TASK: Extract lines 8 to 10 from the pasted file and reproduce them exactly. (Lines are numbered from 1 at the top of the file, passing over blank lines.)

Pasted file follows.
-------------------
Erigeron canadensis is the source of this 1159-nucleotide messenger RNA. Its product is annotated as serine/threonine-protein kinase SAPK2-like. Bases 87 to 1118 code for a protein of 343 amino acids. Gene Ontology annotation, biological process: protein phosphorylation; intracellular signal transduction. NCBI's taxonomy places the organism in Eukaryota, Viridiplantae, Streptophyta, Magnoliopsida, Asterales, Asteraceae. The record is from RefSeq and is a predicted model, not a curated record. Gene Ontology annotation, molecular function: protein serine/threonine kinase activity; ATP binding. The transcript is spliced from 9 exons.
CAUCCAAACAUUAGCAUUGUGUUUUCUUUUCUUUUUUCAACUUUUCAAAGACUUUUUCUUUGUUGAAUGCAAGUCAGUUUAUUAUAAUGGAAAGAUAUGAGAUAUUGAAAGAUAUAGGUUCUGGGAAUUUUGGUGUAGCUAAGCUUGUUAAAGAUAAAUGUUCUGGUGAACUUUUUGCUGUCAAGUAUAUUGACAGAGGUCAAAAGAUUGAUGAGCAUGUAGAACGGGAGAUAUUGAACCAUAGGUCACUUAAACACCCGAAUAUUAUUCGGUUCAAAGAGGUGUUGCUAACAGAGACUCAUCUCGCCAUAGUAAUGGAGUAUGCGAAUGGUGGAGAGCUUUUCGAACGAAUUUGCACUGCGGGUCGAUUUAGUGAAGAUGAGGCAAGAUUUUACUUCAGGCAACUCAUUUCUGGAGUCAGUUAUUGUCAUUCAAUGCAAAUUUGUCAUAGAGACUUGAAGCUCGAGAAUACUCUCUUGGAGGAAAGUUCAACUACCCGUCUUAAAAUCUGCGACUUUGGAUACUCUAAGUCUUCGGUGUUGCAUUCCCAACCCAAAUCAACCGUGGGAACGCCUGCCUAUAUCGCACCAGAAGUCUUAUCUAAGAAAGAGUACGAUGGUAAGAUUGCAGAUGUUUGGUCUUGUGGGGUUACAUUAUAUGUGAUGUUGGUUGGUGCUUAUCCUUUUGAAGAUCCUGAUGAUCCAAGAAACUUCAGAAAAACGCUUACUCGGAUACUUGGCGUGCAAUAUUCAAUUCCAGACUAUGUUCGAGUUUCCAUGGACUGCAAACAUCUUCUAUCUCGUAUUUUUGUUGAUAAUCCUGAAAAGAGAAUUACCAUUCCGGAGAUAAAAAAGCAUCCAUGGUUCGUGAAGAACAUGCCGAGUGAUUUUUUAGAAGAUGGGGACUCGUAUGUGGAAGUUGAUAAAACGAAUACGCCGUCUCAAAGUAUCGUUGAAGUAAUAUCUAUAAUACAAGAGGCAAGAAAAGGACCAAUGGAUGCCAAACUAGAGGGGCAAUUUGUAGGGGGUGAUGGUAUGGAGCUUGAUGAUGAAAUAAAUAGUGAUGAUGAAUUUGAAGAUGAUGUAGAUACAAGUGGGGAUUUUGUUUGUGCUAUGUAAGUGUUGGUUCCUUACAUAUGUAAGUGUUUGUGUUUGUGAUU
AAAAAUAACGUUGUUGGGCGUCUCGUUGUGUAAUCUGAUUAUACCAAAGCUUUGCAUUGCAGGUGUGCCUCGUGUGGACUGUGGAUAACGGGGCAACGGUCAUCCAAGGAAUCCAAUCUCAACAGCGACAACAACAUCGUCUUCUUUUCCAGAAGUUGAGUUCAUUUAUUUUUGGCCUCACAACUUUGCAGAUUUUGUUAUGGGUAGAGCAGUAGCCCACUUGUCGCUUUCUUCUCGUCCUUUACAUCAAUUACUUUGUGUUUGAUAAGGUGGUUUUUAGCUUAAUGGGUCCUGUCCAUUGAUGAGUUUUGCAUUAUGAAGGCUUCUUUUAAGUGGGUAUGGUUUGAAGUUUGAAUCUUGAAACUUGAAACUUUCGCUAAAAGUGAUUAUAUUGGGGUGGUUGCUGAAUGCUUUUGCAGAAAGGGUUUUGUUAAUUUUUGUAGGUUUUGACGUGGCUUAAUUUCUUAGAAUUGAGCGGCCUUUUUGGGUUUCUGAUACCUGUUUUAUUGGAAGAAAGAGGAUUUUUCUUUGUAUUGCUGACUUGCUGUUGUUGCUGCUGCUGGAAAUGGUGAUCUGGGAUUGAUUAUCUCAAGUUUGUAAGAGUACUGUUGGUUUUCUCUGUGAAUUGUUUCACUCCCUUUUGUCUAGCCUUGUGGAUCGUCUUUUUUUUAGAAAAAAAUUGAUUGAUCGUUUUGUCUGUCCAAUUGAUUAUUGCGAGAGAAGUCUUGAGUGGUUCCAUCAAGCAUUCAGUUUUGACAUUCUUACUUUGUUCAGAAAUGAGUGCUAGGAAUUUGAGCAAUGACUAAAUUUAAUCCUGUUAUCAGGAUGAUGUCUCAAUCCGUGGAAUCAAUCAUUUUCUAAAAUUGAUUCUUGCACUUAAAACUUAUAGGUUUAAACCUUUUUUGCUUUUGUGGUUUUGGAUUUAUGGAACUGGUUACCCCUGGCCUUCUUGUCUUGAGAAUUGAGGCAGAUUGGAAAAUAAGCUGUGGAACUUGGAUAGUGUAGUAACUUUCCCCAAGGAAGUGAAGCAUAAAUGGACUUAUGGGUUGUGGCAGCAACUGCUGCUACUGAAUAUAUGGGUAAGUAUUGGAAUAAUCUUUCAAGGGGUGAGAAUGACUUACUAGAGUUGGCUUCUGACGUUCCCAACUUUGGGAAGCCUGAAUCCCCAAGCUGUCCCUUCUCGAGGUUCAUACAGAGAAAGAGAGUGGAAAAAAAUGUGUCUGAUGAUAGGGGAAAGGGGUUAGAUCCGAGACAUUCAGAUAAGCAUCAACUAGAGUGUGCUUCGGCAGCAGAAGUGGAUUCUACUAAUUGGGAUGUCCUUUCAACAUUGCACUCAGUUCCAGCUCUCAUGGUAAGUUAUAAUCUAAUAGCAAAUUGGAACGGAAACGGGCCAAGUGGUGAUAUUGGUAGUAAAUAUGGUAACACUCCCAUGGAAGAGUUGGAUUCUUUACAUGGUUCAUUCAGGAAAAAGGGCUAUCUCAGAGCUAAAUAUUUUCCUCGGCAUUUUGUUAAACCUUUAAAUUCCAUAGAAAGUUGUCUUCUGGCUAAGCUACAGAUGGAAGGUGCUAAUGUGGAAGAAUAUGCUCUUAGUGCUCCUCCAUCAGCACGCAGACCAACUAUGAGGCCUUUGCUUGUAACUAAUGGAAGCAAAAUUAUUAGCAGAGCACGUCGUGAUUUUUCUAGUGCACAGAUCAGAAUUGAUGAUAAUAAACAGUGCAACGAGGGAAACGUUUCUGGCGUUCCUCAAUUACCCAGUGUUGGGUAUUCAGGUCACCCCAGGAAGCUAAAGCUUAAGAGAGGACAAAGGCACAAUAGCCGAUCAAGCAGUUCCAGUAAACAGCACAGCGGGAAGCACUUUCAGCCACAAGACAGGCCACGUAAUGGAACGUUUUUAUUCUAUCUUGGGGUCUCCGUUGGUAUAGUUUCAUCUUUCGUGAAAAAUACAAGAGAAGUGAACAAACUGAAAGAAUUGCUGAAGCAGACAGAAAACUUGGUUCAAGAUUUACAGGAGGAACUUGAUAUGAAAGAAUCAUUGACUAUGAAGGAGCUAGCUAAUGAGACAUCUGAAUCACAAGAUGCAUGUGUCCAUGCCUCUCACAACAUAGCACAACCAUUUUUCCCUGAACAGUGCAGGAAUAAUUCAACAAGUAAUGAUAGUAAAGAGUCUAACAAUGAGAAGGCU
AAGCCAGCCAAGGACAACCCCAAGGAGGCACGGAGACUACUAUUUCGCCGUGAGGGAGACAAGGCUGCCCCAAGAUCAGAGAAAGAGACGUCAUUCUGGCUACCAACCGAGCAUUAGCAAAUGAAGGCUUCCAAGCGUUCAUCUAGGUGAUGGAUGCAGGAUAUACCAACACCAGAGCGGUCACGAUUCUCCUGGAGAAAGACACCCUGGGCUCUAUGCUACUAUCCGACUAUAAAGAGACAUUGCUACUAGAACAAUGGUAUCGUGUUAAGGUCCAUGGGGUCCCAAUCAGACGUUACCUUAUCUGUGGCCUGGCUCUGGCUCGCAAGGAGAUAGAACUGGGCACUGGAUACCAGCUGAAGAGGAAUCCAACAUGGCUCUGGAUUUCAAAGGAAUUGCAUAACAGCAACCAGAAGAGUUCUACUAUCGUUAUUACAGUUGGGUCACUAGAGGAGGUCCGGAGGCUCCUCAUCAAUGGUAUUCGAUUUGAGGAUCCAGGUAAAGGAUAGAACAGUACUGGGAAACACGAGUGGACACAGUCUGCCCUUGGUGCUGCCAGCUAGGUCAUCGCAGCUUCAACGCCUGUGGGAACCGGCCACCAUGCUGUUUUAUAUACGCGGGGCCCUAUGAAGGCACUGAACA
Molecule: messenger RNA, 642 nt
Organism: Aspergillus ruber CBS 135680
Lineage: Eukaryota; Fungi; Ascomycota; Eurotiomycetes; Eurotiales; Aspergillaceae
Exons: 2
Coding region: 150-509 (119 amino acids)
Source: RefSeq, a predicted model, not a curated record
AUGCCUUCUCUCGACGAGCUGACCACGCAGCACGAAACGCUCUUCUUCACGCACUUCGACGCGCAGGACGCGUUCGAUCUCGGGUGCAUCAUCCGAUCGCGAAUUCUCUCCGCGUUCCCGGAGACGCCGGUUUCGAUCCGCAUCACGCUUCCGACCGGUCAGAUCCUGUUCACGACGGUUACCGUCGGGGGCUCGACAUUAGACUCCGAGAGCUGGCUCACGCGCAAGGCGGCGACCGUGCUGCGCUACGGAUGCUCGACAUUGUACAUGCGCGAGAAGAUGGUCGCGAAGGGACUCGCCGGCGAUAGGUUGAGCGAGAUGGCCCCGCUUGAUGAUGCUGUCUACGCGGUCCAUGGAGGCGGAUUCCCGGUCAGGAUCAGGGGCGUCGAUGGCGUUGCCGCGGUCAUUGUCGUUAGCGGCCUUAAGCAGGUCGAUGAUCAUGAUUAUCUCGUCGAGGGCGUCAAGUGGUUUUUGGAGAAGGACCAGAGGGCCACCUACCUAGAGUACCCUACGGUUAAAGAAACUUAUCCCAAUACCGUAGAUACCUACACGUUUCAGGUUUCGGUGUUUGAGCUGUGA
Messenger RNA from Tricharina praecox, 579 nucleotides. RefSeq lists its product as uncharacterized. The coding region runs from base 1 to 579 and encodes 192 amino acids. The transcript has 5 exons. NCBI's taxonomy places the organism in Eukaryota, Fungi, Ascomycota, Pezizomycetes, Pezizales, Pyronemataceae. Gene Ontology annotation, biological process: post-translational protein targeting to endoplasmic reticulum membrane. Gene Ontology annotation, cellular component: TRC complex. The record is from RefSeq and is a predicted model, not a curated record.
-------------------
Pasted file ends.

Exons: 2
Coding region: 150-509 (119 amino acids)
Source: RefSeq, a predicted model, not a curated record